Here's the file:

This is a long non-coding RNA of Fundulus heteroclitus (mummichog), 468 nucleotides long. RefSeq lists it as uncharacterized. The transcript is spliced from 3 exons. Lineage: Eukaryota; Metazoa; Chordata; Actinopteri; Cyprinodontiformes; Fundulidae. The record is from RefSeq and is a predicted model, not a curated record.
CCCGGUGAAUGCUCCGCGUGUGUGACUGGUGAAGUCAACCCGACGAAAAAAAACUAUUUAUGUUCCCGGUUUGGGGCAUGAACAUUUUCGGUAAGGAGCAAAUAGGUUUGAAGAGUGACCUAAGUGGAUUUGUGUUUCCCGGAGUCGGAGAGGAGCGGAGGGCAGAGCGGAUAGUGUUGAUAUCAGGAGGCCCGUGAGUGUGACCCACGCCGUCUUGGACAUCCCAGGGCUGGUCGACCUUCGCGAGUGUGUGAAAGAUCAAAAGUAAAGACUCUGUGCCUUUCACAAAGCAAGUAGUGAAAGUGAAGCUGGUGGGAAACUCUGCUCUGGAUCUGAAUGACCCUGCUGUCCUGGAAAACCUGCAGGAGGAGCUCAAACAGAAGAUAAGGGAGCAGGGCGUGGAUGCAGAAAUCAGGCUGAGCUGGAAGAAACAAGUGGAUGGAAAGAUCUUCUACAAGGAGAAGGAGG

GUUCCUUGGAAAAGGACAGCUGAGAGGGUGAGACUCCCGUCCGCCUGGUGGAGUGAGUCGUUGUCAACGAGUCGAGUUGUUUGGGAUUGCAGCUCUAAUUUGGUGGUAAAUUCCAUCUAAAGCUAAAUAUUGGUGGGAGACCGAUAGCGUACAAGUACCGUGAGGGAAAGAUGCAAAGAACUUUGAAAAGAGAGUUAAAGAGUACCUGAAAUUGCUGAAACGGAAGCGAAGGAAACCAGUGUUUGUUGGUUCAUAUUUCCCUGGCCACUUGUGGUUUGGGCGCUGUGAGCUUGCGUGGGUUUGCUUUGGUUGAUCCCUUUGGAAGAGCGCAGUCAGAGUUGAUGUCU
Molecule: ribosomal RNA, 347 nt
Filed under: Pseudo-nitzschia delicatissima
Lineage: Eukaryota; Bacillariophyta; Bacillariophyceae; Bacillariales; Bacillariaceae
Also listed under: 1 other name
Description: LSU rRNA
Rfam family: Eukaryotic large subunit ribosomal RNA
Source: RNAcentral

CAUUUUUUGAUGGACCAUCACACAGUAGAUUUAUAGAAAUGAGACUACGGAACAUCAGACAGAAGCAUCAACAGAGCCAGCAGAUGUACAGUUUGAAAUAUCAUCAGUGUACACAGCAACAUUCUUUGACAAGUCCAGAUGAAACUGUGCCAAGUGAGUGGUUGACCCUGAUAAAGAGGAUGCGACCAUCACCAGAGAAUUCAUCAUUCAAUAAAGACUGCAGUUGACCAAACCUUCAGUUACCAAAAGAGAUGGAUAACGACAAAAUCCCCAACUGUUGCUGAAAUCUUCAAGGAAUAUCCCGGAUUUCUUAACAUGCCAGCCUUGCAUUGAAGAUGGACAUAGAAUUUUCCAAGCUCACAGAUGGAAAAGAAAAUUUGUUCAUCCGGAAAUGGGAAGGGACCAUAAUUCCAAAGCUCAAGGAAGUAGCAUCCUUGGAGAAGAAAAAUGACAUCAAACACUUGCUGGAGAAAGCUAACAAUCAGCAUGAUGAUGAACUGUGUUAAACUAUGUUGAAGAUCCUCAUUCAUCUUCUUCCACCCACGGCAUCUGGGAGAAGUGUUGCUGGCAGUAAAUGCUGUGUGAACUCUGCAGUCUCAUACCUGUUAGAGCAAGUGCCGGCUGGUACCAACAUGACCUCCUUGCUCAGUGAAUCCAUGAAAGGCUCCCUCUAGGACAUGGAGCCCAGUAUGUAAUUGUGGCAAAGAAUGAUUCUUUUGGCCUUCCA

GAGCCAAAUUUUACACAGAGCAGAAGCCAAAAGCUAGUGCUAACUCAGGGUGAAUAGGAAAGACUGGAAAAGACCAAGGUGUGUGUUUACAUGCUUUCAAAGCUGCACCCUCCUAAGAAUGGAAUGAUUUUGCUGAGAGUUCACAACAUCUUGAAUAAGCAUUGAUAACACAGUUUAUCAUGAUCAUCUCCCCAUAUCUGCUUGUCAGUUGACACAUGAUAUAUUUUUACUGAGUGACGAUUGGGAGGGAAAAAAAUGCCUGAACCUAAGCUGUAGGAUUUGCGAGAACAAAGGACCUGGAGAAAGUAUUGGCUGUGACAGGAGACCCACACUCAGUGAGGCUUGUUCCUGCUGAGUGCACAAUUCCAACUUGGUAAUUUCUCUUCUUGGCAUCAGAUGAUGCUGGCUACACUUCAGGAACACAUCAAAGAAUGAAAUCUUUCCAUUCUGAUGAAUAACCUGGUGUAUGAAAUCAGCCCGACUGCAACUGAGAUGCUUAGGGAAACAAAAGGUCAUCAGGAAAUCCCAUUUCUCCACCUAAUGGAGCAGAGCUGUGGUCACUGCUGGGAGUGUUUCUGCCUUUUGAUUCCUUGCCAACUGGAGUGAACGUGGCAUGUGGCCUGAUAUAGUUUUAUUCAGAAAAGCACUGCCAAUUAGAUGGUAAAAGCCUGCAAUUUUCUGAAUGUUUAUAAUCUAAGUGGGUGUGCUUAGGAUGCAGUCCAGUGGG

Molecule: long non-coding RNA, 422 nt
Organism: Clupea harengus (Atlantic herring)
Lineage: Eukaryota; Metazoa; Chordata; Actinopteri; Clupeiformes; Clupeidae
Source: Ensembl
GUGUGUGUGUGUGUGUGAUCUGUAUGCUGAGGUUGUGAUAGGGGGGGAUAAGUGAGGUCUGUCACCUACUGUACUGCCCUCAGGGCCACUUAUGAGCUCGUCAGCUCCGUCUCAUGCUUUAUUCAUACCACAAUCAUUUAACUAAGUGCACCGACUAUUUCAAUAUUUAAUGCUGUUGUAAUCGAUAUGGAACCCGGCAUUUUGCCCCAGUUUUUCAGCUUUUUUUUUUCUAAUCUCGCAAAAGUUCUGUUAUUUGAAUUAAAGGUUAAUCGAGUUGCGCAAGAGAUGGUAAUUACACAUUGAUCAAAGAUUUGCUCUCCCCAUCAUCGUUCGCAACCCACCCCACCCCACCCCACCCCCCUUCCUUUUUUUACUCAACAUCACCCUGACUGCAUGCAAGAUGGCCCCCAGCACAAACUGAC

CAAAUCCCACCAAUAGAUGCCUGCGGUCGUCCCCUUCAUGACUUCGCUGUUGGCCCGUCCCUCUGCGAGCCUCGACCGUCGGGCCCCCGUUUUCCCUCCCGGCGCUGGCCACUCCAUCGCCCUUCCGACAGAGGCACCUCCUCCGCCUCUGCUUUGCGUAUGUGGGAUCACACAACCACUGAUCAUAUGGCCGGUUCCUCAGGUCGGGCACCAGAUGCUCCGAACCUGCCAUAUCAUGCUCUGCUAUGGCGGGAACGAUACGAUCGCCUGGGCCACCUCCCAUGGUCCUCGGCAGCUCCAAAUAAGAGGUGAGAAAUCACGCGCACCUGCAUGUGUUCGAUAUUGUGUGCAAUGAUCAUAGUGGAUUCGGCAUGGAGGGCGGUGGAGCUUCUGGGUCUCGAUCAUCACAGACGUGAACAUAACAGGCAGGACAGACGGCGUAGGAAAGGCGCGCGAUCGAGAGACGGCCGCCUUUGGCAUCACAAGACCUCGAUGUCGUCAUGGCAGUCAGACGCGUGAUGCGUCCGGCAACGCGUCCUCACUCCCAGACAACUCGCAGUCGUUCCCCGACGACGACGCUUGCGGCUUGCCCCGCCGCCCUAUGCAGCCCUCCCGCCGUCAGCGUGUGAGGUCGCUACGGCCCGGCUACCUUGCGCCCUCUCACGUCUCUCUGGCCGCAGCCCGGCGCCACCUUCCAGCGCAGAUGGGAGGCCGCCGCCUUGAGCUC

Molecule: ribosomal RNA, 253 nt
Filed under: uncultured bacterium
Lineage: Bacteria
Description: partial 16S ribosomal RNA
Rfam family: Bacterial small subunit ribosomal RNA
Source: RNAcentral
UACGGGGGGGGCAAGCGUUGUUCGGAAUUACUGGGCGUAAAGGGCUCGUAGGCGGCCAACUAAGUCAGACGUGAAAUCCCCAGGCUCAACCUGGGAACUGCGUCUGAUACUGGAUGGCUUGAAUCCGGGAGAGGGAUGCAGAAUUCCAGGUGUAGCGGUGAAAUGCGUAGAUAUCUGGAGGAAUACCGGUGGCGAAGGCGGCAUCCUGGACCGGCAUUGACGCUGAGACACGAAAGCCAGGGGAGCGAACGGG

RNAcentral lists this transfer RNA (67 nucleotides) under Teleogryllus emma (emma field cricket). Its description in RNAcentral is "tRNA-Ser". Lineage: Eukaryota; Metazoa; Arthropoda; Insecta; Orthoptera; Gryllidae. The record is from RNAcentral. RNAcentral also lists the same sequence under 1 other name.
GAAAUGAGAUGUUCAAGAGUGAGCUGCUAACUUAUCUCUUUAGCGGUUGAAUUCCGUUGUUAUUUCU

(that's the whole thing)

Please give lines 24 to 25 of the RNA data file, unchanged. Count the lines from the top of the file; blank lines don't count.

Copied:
Source: RNAcentral
UACGGGGGGGGCAAGCGUUGUUCGGAAUUACUGGGCGUAAAGGGCUCGUAGGCGGCCAACUAAGUCAGACGUGAAAUCCCCAGGCUCAACCUGGGAACUGCGUCUGAUACUGGAUGGCUUGAAUCCGGGAGAGGGAUGCAGAAUUCCAGGUGUAGCGGUGAAAUGCGUAGAUAUCUGGAGGAAUACCGGUGGCGAAGGCGGCAUCCUGGACCGGCAUUGACGCUGAGACACGAAAGCCAGGGGAGCGAACGGG